Existing text-to-video methods often produce videos with a substantially changing underlying environment state. However, ensuring the environment is constant throughout all timestamps is essential to build an accurate trajectory planner. Thus, to enforce environment consistency in conditional video synthesis, the researchers additionally provide the observed image while denoising each frame in the synthesized video. In order to retain the underlying environment state across time, UniPi directly concatenates each noisy intermediate frame with the conditioned observed image across sampling steps.

2. Hierarchical Planning: 

It’s difficult to generate all the necessary actions when making plans in complex and sophisticated environments that require a lot of time and measures. Planning methods overcome this issue by leveraging a natural hierarchy by creating rough plans in a smaller space and refining them into more detailed plans. Similarly, in the video generation process, UniPi first creates videos at a coarse level demonstrating the desired agent behavior and then improves them to make them more realistic by filling in the missing frames and making them smoother. This is done by using a hierarchy of steps, with each step improving the video quality until the desired level of detail is reached.

3. Flexible behavioral modulation:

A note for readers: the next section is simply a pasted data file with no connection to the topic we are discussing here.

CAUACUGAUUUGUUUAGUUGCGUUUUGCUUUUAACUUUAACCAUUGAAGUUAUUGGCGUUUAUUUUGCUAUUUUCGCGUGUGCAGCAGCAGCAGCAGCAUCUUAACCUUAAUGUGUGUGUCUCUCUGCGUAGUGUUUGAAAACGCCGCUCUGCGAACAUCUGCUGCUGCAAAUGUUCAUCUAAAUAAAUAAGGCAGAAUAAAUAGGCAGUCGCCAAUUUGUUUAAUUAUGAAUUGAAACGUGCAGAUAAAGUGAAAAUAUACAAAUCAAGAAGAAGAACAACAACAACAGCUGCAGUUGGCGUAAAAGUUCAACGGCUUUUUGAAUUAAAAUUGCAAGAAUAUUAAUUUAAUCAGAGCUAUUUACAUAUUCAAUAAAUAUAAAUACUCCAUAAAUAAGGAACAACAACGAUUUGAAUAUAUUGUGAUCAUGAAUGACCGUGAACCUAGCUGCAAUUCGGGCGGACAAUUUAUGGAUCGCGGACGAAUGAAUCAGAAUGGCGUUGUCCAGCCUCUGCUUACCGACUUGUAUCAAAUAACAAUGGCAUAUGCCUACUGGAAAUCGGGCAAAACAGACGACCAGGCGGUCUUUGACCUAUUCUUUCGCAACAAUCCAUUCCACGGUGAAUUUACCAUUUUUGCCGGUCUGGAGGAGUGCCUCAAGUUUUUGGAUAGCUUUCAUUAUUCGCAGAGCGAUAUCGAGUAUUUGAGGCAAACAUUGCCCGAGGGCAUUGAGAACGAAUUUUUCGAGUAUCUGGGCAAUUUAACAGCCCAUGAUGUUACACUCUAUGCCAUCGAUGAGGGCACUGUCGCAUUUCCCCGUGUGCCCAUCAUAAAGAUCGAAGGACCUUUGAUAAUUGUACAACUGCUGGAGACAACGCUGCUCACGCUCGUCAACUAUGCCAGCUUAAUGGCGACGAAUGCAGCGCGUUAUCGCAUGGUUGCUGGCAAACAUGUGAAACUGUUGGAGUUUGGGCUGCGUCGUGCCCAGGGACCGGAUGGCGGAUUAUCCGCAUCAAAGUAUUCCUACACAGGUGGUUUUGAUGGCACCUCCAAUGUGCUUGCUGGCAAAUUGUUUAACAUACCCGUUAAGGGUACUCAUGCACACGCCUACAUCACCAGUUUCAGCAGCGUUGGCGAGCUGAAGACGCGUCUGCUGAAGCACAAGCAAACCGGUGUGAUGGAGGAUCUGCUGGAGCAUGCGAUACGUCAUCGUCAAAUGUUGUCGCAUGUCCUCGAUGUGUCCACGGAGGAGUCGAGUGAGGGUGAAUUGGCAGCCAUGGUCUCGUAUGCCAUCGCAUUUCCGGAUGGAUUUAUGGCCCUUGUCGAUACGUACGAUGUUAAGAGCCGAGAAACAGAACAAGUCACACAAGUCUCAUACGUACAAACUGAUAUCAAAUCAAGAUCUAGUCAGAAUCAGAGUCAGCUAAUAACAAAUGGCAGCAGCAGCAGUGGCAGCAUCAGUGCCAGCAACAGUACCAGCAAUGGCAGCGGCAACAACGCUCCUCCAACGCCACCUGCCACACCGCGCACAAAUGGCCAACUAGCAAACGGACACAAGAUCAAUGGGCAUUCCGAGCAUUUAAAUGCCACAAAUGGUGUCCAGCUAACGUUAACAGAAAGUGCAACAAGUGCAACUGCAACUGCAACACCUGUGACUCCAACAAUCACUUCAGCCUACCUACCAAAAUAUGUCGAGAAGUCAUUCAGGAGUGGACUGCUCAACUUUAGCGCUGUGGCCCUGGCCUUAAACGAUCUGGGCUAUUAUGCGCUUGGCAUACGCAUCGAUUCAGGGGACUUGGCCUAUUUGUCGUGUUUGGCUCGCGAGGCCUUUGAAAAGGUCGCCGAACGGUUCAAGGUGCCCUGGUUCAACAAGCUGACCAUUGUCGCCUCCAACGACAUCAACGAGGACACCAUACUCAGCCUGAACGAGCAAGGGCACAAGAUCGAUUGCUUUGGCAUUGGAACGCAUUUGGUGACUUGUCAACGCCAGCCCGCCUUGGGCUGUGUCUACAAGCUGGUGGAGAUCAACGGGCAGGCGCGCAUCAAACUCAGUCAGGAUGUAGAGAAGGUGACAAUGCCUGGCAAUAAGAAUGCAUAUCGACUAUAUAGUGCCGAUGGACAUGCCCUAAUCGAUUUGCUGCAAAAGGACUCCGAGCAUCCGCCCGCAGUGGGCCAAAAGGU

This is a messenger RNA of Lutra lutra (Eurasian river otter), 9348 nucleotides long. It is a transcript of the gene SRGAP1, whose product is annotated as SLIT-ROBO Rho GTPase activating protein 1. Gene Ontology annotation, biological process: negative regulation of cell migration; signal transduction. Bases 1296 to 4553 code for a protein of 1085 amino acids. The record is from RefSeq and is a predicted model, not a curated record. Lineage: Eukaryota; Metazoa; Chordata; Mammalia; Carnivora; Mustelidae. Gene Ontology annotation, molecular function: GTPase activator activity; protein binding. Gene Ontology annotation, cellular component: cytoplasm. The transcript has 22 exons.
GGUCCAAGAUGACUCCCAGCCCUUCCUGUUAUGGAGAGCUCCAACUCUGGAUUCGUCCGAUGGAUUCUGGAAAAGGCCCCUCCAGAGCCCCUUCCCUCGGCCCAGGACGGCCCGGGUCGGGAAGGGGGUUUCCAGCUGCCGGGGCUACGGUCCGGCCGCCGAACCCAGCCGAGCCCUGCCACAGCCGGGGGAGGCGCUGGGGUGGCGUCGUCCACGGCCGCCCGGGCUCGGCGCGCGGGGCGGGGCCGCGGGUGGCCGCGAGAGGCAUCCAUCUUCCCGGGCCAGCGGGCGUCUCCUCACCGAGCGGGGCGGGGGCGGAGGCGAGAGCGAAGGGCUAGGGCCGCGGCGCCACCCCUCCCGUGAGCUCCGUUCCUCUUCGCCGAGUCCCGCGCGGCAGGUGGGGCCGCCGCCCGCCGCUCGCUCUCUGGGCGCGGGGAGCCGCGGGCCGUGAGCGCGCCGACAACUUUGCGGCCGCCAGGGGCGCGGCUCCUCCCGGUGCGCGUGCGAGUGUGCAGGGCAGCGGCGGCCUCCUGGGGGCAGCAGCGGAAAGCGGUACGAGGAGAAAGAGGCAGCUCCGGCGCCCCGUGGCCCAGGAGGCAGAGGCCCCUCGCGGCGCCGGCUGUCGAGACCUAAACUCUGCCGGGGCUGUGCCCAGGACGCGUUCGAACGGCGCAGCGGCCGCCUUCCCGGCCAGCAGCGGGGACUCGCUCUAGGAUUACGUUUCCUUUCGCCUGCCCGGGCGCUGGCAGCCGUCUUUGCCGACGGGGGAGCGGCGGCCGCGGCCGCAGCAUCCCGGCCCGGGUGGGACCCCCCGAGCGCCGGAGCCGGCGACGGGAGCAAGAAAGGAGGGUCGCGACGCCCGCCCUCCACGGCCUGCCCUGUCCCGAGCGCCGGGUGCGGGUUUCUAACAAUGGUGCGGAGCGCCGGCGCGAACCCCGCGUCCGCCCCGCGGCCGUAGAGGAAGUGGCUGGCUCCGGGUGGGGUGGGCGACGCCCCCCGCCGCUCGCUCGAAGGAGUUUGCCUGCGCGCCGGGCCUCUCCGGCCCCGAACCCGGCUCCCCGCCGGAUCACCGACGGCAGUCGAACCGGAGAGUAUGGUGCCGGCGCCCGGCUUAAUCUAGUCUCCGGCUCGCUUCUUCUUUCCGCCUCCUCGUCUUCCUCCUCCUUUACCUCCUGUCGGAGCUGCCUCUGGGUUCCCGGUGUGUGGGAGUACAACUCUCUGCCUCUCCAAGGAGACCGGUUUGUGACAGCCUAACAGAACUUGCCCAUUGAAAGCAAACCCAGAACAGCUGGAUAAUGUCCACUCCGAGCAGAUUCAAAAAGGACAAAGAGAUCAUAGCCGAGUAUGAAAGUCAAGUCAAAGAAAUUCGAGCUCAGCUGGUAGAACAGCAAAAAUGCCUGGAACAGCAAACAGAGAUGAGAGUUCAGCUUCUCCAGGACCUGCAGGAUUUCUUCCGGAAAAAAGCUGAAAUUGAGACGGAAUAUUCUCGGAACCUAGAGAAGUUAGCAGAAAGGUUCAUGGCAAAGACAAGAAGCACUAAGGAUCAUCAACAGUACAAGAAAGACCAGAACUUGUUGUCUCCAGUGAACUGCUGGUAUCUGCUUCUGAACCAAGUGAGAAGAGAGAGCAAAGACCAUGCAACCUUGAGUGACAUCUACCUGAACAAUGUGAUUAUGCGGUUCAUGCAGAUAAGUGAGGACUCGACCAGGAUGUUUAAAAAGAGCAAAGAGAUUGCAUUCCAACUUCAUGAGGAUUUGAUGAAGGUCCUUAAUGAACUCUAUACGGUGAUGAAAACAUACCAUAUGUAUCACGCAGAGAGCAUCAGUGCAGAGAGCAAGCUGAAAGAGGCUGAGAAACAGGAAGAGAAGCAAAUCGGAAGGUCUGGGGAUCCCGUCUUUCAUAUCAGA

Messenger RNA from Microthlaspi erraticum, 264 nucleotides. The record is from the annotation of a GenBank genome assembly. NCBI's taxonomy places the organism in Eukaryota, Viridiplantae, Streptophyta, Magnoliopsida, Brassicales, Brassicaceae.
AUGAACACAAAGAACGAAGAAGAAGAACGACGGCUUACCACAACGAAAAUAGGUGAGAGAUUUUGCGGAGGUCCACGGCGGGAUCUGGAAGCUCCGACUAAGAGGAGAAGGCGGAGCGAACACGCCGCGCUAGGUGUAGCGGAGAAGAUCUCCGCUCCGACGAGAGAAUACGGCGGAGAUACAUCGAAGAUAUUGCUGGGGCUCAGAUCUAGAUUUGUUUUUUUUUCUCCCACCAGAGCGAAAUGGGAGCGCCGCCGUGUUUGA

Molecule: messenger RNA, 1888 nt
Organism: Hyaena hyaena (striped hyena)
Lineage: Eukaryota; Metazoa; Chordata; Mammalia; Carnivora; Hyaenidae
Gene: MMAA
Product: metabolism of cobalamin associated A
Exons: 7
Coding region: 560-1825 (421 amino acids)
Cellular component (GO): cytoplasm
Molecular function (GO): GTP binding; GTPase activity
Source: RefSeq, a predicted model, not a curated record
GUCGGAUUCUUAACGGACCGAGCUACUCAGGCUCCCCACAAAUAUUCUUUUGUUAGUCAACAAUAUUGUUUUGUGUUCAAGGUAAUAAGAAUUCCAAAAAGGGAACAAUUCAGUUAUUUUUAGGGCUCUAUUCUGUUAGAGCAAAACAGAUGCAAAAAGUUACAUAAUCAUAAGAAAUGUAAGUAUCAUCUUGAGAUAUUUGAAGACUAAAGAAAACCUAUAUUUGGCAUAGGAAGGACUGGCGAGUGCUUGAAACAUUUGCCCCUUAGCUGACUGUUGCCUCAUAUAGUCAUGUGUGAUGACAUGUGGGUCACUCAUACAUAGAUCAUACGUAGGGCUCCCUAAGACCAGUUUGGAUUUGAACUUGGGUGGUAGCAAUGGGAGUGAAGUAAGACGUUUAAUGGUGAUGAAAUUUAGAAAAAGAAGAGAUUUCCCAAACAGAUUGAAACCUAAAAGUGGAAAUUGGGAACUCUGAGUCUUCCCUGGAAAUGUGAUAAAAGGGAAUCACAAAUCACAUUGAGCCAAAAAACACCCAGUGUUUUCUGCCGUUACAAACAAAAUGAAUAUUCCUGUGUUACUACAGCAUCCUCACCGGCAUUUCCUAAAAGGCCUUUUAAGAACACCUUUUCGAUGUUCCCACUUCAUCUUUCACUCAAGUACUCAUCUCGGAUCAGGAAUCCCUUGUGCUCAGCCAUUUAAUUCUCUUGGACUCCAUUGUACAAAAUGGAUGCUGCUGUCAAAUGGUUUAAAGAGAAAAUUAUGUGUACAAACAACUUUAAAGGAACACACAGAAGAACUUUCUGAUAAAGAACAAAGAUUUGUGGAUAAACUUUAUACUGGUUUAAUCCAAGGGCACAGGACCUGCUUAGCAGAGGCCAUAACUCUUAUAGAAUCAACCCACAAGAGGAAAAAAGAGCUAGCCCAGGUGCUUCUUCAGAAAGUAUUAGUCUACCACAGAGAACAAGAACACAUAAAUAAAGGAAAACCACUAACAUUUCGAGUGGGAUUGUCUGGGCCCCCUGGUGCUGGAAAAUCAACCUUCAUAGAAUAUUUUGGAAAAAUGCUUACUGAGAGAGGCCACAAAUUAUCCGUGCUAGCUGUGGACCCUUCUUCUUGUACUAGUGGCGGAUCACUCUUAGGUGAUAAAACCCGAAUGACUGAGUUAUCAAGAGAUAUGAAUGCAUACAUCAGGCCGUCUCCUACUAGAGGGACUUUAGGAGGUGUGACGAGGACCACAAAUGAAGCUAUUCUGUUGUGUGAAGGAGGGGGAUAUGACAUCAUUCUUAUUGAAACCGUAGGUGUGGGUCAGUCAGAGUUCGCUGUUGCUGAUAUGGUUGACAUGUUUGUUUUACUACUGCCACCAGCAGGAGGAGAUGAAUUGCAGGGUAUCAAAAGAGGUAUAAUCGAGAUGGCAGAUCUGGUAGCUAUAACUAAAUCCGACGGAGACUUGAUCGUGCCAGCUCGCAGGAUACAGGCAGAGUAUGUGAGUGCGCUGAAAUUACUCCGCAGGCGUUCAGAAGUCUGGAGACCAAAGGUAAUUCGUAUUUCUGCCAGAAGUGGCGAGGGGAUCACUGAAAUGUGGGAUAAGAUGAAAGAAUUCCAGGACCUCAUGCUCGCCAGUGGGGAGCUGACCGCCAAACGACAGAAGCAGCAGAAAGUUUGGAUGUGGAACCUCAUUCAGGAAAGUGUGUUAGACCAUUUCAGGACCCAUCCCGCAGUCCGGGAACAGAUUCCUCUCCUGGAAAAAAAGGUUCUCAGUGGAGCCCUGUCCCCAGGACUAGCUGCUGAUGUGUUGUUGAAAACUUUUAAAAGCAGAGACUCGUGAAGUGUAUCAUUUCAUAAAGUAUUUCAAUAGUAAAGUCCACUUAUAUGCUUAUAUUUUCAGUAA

While planning a sequence of actions for a smaller goal, one can easily include external constraints to modify the generated plan. This can be done by incorporating a probabilistic prior that reflects the desired limitations based on the properties of the plan. The prior can be described using a learned classifier or a Dirac delta distribution on a particular image to guide the plan toward specific states. This approach is also compatible with UniPi. The researchers employed the video diffusion algorithm to train the text-conditioned video generation model. This algorithm consists of encoded pre-trained language features from the Text-To-Text Transfer Transformer (T5).

4. Task-specific action adaptation: 

A small inverse dynamics model is trained to translate video frames into low-level control actions using a set of synthesized videos. This model is separate from the planner and can be trained on a separate smaller dataset generated by a simulator. The inverse dynamics model takes input frames and text descriptions of the current goals, synthesizes the image frames, and generates a sequence of actions to predict future steps. An agent then executes these low-level control actions using closed-loop control.

To summarize, the researchers from Google have made an impressive contribution by showcasing the value of using text-based video generation to represent policies capable of enabling combinatorial generalization, multi-task learning, and real-world transfer. The researchers evaluated their approach on a number of novel language-based tasks, and it was concluded that UniPi generalizes well to both seen and unknown combinations of language prompts, compared to other baselines such as Transformer BC, Trajectory Transformer, and Diffuser. These encouraging findings highlight the potential of utilizing generative models and the vast data available as valuable resources for creating versatile decision-making systems.

n